DAILY DIGEST, 9/8: More than 2 million acres burned in CA; Bill will strengthen and expand Carlsbad fish hatchery program; Broad ‘fishnet’ PFAS testing worries industry, helps regulators; and more …



On the calendar today …

FREE WEBINAR: Erin Brockovich: Superman’s Not Coming from 9:30 to 10:30am

Superman isn’t coming to protect our water or environment, writes Brockovich in her latest book — and neither are corporations, politicians or the “gutted” EPA. How can individuals and communities take collective action to safeguard our environment and our resources? What are today’s leading activists doing to create change that lasts?  Join us for a conversation on speaking truth to power with Erin Brockovich, author of Superman’s Not Coming: Our National Water Crisis and What We the People Can Do About It.  Presented by the Commonwealth Club. Click here to register.

In California water news today …

More than 2 million acres – a modern-day record – have burned in California so far in 2020

More than 2 million acres of California have burned since the first of the year, a record since the agency began gathering such information from all areas in 1987, the State fire agency Cal Fire said Sunday.  Sunday morning, the burned acreage since Jan. 1 was at 2,094,955, agency spokeswoman Lynne Tolmachoff. Since then, a new fire broke out in the Angeles National Forest, she said.  “The number is certain to grow,” she said of the acreage tally. … ”  Read more from the Press-Enterprise here:  More than 2 million acres – a modern-day record – have burned in California so far in 2020

Bill will strengthen and expand Carlsbad fish hatchery program

A bill passed by the state Legislature and headed to the governor’s desk for his signature will strengthen and expand a marine fish hatchery program in Carlsbad, the only one of its kind on the West Coast.  The new legislation by Assemblywoman Tasha Boerner Horvath will update the program and allow it to breed more of the native California species that have been depleted by commercial and recreational fishing over the years. … ”  Read more from the San Diego Union-Tribune here: Bill will strengthen and expand Carlsbad fish hatchery program

California’s three Delta entities: what’s the difference?

California has three Delta-related entities: Delta Protection Commission, Delta Protection Advisory Committee, and Delate Stewardship Council. What’s the difference? ”  Read more from the California Globe here: California’s three Delta entities: what’s the difference?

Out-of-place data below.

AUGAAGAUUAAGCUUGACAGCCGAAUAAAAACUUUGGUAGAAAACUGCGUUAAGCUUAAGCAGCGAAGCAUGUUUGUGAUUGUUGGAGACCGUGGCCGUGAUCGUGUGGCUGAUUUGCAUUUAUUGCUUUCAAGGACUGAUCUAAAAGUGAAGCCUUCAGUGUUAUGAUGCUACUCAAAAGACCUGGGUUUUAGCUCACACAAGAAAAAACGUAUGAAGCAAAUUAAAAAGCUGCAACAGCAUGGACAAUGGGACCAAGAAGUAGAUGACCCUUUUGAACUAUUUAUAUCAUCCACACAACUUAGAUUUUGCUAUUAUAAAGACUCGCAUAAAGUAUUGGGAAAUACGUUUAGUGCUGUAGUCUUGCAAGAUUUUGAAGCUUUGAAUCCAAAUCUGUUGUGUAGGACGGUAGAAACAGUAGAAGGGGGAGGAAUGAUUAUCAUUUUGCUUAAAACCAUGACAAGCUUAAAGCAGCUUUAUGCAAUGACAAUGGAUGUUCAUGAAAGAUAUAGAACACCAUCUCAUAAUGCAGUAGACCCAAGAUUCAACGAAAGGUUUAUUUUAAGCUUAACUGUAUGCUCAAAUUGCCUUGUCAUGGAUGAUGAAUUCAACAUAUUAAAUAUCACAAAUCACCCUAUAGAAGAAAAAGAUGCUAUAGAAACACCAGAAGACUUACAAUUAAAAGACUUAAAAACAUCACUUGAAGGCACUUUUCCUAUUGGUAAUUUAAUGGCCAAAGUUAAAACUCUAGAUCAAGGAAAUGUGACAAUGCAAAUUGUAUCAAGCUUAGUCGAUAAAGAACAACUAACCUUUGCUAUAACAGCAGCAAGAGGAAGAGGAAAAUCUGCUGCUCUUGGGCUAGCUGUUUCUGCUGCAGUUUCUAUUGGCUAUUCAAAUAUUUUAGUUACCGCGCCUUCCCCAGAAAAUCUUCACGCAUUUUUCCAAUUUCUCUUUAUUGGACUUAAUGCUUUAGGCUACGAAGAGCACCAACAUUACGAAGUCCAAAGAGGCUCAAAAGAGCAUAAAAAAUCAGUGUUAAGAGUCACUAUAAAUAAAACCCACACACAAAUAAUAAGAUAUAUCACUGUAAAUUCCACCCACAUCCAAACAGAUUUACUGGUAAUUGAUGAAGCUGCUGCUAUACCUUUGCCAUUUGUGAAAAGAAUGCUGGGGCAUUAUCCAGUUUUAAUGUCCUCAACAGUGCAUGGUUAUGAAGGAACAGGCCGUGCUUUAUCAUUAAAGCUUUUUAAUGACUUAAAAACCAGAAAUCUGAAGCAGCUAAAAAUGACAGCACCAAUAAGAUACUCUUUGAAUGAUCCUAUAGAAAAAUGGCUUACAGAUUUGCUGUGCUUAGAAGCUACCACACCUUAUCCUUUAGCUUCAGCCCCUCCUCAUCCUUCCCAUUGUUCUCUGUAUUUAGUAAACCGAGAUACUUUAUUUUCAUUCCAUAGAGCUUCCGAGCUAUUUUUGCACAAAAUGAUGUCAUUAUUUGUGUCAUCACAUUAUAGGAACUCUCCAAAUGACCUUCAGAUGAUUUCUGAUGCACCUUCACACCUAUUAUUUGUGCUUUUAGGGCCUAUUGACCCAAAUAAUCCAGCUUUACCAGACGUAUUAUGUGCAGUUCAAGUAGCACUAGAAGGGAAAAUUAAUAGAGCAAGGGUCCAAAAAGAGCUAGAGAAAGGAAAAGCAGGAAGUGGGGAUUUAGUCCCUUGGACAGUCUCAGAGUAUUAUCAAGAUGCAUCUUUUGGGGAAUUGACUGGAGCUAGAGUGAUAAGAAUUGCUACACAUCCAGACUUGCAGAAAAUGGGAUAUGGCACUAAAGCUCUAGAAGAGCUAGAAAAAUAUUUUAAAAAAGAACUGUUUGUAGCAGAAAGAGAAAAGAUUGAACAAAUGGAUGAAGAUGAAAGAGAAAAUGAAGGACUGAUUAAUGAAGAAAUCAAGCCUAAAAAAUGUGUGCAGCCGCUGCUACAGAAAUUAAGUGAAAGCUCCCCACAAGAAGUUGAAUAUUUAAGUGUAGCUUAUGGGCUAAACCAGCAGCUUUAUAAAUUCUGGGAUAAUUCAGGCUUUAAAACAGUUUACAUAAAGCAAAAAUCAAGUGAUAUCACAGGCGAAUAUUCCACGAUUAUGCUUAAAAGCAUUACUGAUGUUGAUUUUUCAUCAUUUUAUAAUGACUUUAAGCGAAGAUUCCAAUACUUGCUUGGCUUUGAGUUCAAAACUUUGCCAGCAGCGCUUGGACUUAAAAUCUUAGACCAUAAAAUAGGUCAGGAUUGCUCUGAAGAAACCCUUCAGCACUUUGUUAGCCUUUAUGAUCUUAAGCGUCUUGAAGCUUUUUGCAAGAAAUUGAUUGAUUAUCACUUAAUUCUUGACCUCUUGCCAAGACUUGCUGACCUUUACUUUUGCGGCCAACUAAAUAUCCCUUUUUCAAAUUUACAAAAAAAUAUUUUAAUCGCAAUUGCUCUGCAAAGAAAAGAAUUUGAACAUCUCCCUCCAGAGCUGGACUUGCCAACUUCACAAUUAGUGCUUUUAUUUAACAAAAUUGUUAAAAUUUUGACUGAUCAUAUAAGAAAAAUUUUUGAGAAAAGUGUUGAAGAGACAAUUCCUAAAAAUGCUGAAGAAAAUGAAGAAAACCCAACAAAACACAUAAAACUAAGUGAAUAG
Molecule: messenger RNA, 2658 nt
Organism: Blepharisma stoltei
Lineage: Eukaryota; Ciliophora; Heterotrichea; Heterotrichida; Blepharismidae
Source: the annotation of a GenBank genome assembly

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In regional water news and commentary today …

Santa Rosa orders sudden curtailment for farm irrigators after miscalculation on recycled water supply

Doug Beretta is facing a water crisis this summer that he could not anticipate.  The Sonoma County organic dairy owner typically irrigates 200 acres of hay with about 80 million gallons a year of recycled wastewater from Santa Rosa’s regional plant on Llano Road. Beretta, who first turned to recycled water nearly four decades ago as a dry-season source, jokes that during particularly dry times, he asks his city friends to “just flush your toilets twice, so I can irrigate.“ … ”  Read more from the Santa Rosa Press Democrat here: Santa Rosa orders sudden curtailment for farm irrigators after miscalculation on recycled water supply

Point Reyes: California wildfires and dwindling water supply threatening Tule elk

Wildlife advocates say dwindling water supply, heat and wildfire are threatening hundreds of Tule elk at the Point Reyes National Seashore.  The area is home to several herds of elk, a population that is currently estimated at 445.  “We’re concerned that the elk are going to die. There are almost 500 in there and five years ago, 250 of the 500 died because of a lack of water,” says Jim Coda, a wildlife photographer who frequents the area. … ”  Read more from KTVU here: California wildfires and dwindling water supply threatening Tule elk

Benicia completes water, wastewater master plans

Water and wastewater master plans for Benicia have been completed.  Stantex, an engineering, architecture and consulting firm with headquarters in Edmonton, Canada, did the work for the city. The company assessed the condition of the infrastructure and provided guidance for maintenance and future needs. … ”  Read more from the Daily Republic here:  Benicia completes water, wastewater master plans